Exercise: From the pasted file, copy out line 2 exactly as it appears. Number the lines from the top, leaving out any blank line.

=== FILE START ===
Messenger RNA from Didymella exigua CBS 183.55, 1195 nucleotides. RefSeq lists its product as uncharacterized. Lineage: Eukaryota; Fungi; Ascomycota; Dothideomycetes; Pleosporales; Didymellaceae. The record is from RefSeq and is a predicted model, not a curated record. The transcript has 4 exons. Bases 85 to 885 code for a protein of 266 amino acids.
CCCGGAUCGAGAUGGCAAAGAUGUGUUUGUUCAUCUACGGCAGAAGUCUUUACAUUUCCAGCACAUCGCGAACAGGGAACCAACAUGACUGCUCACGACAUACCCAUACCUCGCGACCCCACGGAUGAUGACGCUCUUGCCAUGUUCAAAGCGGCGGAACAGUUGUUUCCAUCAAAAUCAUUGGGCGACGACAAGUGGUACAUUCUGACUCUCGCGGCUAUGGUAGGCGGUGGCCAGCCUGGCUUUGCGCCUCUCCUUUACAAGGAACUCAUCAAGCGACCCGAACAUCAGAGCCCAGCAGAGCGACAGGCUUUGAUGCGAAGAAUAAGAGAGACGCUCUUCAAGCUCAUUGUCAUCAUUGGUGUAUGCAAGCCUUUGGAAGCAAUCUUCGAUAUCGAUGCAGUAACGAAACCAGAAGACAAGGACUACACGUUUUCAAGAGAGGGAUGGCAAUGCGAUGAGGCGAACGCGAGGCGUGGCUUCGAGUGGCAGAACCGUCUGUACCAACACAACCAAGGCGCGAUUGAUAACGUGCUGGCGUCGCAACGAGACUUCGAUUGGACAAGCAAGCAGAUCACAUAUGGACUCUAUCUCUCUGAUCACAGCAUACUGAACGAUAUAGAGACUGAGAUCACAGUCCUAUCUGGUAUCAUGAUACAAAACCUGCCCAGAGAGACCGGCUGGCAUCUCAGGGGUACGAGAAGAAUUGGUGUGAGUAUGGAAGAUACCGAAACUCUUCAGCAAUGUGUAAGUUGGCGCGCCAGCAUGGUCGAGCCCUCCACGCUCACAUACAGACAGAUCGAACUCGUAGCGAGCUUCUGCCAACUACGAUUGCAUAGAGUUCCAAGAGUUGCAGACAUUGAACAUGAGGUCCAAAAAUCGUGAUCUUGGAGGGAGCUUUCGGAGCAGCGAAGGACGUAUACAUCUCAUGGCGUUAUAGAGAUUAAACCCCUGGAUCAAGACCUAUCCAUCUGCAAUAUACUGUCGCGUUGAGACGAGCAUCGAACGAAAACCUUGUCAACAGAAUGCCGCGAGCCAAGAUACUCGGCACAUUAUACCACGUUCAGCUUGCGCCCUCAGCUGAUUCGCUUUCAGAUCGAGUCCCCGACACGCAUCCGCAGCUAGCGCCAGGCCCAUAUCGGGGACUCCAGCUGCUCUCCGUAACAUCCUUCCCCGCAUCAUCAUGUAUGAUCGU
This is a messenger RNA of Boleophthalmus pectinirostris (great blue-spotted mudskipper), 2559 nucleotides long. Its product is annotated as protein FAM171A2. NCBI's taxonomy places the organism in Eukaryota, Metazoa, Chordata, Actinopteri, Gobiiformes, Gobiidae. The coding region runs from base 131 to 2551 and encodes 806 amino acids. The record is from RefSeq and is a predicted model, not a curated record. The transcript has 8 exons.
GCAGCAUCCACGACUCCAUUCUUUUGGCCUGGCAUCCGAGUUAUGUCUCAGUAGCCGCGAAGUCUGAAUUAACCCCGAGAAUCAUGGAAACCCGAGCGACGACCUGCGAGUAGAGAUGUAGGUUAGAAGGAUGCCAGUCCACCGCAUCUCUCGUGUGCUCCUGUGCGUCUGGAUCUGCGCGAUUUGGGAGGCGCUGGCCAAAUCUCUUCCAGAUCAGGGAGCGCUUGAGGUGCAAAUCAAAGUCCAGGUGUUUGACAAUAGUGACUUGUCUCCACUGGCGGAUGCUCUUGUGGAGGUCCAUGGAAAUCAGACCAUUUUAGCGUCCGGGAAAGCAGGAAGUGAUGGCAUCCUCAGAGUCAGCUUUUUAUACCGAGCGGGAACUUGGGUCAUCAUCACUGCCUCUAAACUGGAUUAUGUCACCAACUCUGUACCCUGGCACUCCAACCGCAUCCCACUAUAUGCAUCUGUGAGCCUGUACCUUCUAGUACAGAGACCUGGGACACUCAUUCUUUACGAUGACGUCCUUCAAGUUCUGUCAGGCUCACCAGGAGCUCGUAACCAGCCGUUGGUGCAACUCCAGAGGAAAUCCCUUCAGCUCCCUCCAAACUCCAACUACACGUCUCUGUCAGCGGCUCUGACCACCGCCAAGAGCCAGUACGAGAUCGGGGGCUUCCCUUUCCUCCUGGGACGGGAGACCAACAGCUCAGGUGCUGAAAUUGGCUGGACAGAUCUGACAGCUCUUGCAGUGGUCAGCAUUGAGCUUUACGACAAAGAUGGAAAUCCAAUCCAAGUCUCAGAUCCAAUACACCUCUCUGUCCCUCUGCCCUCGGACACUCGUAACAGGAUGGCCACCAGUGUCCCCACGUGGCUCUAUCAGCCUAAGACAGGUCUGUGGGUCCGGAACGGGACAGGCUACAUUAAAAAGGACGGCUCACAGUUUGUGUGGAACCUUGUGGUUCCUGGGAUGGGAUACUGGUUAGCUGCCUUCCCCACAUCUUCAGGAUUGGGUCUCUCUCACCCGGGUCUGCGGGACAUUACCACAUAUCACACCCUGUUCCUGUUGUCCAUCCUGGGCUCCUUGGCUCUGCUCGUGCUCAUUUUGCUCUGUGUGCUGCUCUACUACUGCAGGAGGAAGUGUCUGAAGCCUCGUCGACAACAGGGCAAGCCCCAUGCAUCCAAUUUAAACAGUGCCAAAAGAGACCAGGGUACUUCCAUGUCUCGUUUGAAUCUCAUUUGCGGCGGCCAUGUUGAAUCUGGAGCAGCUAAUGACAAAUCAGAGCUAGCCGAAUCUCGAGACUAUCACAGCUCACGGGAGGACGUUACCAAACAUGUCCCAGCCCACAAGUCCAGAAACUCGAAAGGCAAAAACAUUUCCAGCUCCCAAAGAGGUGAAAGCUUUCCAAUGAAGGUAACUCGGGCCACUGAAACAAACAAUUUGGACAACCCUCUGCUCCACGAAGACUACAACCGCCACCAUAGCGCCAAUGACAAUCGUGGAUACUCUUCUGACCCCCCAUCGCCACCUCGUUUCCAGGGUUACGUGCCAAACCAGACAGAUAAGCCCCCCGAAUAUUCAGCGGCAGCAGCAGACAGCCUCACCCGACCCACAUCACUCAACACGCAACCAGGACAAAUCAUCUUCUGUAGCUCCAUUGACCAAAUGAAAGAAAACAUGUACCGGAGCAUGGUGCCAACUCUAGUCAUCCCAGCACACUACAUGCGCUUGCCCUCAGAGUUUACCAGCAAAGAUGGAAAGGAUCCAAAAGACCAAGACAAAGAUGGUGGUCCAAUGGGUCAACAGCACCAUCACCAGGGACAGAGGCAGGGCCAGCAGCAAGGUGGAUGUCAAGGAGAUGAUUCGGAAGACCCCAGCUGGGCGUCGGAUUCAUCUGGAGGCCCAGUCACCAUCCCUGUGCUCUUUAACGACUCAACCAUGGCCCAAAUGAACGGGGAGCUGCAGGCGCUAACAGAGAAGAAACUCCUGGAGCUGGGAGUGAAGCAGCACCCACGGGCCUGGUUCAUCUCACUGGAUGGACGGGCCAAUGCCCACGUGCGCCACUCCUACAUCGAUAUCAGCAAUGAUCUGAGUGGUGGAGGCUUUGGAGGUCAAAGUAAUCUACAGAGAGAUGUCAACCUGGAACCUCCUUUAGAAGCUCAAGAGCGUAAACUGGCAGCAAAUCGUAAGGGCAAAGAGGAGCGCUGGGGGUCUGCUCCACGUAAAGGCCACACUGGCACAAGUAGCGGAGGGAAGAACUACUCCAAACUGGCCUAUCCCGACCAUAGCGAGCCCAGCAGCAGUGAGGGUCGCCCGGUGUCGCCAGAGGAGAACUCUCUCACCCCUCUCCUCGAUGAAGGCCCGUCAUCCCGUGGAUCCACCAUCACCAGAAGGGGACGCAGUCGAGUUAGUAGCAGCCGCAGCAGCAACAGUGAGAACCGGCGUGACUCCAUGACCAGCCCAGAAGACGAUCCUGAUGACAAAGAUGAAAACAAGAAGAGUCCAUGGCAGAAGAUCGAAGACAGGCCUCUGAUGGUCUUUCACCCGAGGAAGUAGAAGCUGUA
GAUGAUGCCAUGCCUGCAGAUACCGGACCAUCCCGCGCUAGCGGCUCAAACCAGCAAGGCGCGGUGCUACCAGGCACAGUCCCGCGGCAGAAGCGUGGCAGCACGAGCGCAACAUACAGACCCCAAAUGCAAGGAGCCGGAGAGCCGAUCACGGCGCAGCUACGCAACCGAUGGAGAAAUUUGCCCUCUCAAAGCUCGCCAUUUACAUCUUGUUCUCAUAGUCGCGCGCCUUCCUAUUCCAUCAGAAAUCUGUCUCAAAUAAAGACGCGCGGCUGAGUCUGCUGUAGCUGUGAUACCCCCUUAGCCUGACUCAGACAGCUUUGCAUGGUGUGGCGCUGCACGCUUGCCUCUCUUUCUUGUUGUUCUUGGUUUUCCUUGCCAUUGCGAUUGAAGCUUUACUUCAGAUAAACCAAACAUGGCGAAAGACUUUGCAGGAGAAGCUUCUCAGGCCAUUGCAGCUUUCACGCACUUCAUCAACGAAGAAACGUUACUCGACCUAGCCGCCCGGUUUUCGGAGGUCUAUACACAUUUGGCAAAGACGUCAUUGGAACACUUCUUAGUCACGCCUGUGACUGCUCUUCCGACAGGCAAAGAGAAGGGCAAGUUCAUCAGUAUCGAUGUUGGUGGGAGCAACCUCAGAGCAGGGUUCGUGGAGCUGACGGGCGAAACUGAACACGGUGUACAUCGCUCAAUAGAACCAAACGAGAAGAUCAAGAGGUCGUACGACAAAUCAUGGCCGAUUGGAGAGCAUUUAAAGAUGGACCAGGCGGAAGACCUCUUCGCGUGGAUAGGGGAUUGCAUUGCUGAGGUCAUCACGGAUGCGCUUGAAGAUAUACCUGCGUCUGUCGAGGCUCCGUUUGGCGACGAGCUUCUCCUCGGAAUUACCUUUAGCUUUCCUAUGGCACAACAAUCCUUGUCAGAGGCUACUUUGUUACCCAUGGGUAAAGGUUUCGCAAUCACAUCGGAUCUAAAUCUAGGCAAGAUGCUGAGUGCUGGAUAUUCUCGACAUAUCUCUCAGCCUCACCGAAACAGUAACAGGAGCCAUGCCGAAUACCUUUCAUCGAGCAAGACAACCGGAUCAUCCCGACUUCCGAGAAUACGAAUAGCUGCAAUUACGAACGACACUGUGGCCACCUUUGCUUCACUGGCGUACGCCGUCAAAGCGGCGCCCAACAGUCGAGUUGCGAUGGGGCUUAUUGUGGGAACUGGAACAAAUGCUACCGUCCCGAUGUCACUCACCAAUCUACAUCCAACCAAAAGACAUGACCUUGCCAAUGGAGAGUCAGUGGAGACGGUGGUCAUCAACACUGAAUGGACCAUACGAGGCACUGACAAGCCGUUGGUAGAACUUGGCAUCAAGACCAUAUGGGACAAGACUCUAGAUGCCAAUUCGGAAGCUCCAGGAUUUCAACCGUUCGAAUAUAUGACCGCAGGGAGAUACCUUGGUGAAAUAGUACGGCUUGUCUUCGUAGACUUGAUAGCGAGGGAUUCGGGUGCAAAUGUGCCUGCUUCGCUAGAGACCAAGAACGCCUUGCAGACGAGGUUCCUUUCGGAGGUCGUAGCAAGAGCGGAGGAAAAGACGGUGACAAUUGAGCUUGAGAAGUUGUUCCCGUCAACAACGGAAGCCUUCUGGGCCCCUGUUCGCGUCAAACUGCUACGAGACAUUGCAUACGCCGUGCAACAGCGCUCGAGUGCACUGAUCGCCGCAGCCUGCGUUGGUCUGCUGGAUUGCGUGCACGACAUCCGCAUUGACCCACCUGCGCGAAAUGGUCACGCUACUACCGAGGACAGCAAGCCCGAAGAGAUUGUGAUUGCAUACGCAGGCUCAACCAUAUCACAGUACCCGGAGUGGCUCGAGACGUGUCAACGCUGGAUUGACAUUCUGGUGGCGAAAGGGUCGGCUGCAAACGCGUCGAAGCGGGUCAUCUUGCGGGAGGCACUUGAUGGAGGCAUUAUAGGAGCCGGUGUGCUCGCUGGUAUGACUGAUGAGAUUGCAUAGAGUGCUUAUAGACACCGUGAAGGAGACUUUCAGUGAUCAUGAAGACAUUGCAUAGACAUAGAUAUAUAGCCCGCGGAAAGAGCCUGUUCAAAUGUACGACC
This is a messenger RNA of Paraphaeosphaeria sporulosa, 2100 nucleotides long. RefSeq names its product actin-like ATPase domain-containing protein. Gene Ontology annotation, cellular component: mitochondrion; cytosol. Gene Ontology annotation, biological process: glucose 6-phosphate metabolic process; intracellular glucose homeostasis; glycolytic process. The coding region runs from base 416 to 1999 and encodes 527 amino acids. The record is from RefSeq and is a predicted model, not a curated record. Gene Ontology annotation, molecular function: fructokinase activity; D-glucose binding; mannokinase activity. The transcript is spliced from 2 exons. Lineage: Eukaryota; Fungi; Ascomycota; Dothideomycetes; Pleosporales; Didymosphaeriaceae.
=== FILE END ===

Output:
CCCGGAUCGAGAUGGCAAAGAUGUGUUUGUUCAUCUACGGCAGAAGUCUUUACAUUUCCAGCACAUCGCGAACAGGGAACCAACAUGACUGCUCACGACAUACCCAUACCUCGCGACCCCACGGAUGAUGACGCUCUUGCCAUGUUCAAAGCGGCGGAACAGUUGUUUCCAUCAAAAUCAUUGGGCGACGACAAGUGGUACAUUCUGACUCUCGCGGCUAUGGUAGGCGGUGGCCAGCCUGGCUUUGCGCCUCUCCUUUACAAGGAACUCAUCAAGCGACCCGAACAUCAGAGCCCAGCAGAGCGACAGGCUUUGAUGCGAAGAAUAAGAGAGACGCUCUUCAAGCUCAUUGUCAUCAUUGGUGUAUGCAAGCCUUUGGAAGCAAUCUUCGAUAUCGAUGCAGUAACGAAACCAGAAGACAAGGACUACACGUUUUCAAGAGAGGGAUGGCAAUGCGAUGAGGCGAACGCGAGGCGUGGCUUCGAGUGGCAGAACCGUCUGUACCAACACAACCAAGGCGCGAUUGAUAACGUGCUGGCGUCGCAACGAGACUUCGAUUGGACAAGCAAGCAGAUCACAUAUGGACUCUAUCUCUCUGAUCACAGCAUACUGAACGAUAUAGAGACUGAGAUCACAGUCCUAUCUGGUAUCAUGAUACAAAACCUGCCCAGAGAGACCGGCUGGCAUCUCAGGGGUACGAGAAGAAUUGGUGUGAGUAUGGAAGAUACCGAAACUCUUCAGCAAUGUGUAAGUUGGCGCGCCAGCAUGGUCGAGCCCUCCACGCUCACAUACAGACAGAUCGAACUCGUAGCGAGCUUCUGCCAACUACGAUUGCAUAGAGUUCCAAGAGUUGCAGACAUUGAACAUGAGGUCCAAAAAUCGUGAUCUUGGAGGGAGCUUUCGGAGCAGCGAAGGACGUAUACAUCUCAUGGCGUUAUAGAGAUUAAACCCCUGGAUCAAGACCUAUCCAUCUGCAAUAUACUGUCGCGUUGAGACGAGCAUCGAACGAAAACCUUGUCAACAGAAUGCCGCGAGCCAAGAUACUCGGCACAUUAUACCACGUUCAGCUUGCGCCCUCAGCUGAUUCGCUUUCAGAUCGAGUCCCCGACACGCAUCCGCAGCUAGCGCCAGGCCCAUAUCGGGGACUCCAGCUGCUCUCCGUAACAUCCUUCCCCGCAUCAUCAUGUAUGAUCGU